This Monday, Human Rights Watch published a 104-page report describing conditions at immigration centres as hazardous to the health of the detainees being held there. Much of the blame for these hazardous conditions, according to the report, can be attributed to sub-par medical care at these facilities. Moreover, there is evidence to suggest that inadequate medical care led to the deaths, which have been deemed to have been preventable, of at least 18 immigrants in detention from 2012 to 2015. The report, draws special attention to issues that include (but are not limited to), a consistent failure to follow-up on symptoms that require immediate medical attention, unreasonable delays in care, misuse of solitary confinement for people with mental health conditions, as well the fact that some medical personnel appear to be practicing beyond the scope of their licenses and expertise.
Human Rights Watch attributes such shortcomings as leading factors in the death of Raul Ernesto Morales-Ramos, a detainee at the Adelanto Detention Facility in California, who died of organ failure caused by cancer in 2015. Raul, who was from originally from El Salvador had been in custody since 2010. In the weeks leading up to his death, he is said to have been “suffering from diarrhea, severe abdominal pain and uncontrollable leakage of urine,” which based on tests carried out at in Palmdale, would have required inpatient care and possible surgery. It should be noted that Adelanto Detention Facility has been accused of neglect in the past. Raul was one of 141 detainees to die whilst under custody.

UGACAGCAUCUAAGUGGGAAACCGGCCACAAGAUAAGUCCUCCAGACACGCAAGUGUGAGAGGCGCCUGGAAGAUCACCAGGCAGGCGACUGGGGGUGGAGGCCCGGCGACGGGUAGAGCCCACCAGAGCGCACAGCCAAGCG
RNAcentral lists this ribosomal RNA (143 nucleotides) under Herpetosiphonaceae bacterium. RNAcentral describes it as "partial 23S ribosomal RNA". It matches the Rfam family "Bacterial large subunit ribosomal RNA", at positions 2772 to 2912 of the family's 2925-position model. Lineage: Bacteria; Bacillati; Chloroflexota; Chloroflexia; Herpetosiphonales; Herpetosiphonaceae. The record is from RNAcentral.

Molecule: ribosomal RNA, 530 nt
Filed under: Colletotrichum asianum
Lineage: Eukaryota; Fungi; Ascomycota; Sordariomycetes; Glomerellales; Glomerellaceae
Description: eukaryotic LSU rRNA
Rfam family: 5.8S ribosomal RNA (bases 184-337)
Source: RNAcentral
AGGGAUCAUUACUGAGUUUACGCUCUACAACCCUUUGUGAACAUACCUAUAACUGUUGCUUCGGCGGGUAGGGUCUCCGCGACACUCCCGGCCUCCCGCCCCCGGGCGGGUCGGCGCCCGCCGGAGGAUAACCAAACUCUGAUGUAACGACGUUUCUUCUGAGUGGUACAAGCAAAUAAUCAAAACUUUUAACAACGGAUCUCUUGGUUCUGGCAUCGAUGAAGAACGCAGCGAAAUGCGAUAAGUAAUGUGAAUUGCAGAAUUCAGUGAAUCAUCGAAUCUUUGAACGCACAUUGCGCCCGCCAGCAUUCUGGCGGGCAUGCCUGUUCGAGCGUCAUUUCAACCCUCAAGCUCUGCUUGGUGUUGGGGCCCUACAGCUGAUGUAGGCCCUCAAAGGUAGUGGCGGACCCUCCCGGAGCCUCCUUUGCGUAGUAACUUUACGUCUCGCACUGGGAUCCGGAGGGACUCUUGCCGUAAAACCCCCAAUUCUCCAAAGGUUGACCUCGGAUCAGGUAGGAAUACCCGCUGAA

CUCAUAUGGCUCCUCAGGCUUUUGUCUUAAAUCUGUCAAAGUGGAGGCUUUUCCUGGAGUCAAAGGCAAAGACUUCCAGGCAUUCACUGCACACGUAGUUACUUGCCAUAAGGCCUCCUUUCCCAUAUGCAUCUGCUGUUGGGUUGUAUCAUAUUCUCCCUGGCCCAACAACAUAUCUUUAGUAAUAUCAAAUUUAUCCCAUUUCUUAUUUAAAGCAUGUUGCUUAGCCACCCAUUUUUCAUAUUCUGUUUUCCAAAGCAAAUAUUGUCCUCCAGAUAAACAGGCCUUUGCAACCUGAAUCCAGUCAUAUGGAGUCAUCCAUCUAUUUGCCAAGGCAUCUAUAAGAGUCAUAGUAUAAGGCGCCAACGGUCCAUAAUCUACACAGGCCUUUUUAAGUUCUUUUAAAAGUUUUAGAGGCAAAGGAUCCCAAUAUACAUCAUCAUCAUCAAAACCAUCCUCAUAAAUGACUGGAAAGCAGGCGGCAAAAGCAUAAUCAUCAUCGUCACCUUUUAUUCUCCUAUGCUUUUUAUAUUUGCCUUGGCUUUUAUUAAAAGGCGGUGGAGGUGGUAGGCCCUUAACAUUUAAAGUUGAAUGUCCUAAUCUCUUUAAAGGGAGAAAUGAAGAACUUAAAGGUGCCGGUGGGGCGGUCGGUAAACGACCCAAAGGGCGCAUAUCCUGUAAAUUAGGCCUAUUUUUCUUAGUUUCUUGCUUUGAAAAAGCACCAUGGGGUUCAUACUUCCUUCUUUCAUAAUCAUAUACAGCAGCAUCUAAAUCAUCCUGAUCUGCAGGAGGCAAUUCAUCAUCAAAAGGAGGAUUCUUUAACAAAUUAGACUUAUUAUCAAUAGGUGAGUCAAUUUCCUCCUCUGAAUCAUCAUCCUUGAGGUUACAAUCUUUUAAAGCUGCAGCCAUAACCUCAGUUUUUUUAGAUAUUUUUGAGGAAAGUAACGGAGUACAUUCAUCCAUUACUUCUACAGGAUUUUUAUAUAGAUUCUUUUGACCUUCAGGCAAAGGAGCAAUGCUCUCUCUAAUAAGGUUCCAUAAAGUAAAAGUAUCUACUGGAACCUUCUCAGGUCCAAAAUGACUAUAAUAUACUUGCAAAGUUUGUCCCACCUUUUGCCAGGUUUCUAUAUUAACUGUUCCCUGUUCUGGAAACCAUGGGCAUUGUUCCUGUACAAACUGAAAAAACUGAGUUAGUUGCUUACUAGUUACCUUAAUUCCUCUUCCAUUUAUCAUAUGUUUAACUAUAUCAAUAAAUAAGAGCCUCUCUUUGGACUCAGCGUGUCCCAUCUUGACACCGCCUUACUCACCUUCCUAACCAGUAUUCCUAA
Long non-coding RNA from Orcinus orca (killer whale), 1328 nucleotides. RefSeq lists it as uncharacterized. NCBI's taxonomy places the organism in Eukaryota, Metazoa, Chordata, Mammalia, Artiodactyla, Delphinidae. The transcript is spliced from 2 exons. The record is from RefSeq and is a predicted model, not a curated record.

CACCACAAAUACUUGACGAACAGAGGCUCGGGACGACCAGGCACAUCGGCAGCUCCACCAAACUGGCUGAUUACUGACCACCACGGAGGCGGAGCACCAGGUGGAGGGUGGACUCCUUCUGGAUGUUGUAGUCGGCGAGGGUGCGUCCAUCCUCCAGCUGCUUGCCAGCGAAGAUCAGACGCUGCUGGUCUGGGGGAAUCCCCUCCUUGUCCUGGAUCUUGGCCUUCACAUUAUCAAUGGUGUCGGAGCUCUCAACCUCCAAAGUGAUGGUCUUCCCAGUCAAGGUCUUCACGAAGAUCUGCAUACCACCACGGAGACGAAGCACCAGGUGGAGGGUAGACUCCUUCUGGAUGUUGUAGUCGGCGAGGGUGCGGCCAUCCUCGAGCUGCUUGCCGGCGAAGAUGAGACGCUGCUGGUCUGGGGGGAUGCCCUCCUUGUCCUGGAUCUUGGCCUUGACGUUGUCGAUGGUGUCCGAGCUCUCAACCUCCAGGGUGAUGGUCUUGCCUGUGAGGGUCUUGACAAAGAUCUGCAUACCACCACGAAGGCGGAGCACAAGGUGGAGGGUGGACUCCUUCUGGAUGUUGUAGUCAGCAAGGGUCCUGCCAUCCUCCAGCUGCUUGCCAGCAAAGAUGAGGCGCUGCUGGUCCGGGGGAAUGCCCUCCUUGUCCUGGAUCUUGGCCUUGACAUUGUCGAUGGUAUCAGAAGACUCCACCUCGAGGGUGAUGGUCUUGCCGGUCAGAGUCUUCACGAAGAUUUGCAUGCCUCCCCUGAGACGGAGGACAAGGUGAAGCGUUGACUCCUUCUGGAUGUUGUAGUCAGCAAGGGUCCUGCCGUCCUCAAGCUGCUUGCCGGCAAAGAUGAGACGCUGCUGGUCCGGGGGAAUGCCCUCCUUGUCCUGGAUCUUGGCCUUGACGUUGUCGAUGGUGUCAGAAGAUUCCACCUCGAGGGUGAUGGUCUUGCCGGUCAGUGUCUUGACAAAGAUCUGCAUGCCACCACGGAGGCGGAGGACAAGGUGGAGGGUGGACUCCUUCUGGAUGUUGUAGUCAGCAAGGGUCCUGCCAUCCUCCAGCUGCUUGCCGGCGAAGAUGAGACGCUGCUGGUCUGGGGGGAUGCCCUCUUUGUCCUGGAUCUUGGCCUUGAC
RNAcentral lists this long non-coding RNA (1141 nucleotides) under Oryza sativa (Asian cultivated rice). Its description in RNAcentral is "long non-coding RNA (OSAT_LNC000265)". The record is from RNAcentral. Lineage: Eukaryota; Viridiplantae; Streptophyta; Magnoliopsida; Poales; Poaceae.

Based for the most part on independent analyses of records from U.S. Immigration and Customs Enforcement (ICE) investigation of the detention centre deaths, the report comes at a time when the Trump administration is set to roll-back on key immigration reforms carried out during the Obama years. As it so happens, the Trump administration recently requested supplemental funding for increased detention capacity from the current 34,000 beds to an unprecedented 45,700. The US, it should be pointed out, currently detains about 40,000 immigrants a day, or more than 400,000 a year, at an annual cost of US $2 billion—a situation exacerbated by the fact that many of the detainees currently being held at the immigration centers are blocked from bond hearings to determine whether their detention is necessary. The ICE, for its part, has carried out investigations of its own into the alleged hazardous conditions in its centres, in addition to releasing a statement promising to “review the report to determine what changes, if any, should be made based on its recommendations.”
In previous reports relating to immigrant detention in the US, Human Rights Watch along with other organizations like the American Civil Liberties Union have even alleged several instances of sexual and physical abuse by detention guards against females, as well as unlawful strip searches. It should be pointed out that such abuses took place during the presidency of Barack Obama and it remains to be seen what measures will be put in place to address these issues under the current US administration. The signing into law of bills, such as the recently passed and signed in Texas, which enables police to check the immigration status of anyone they detain, misses the trick. Worse still, it serves to aggravate the situation of thousands of immigrants in a country which currently has the largest immigrant detention infrastructure in the world.
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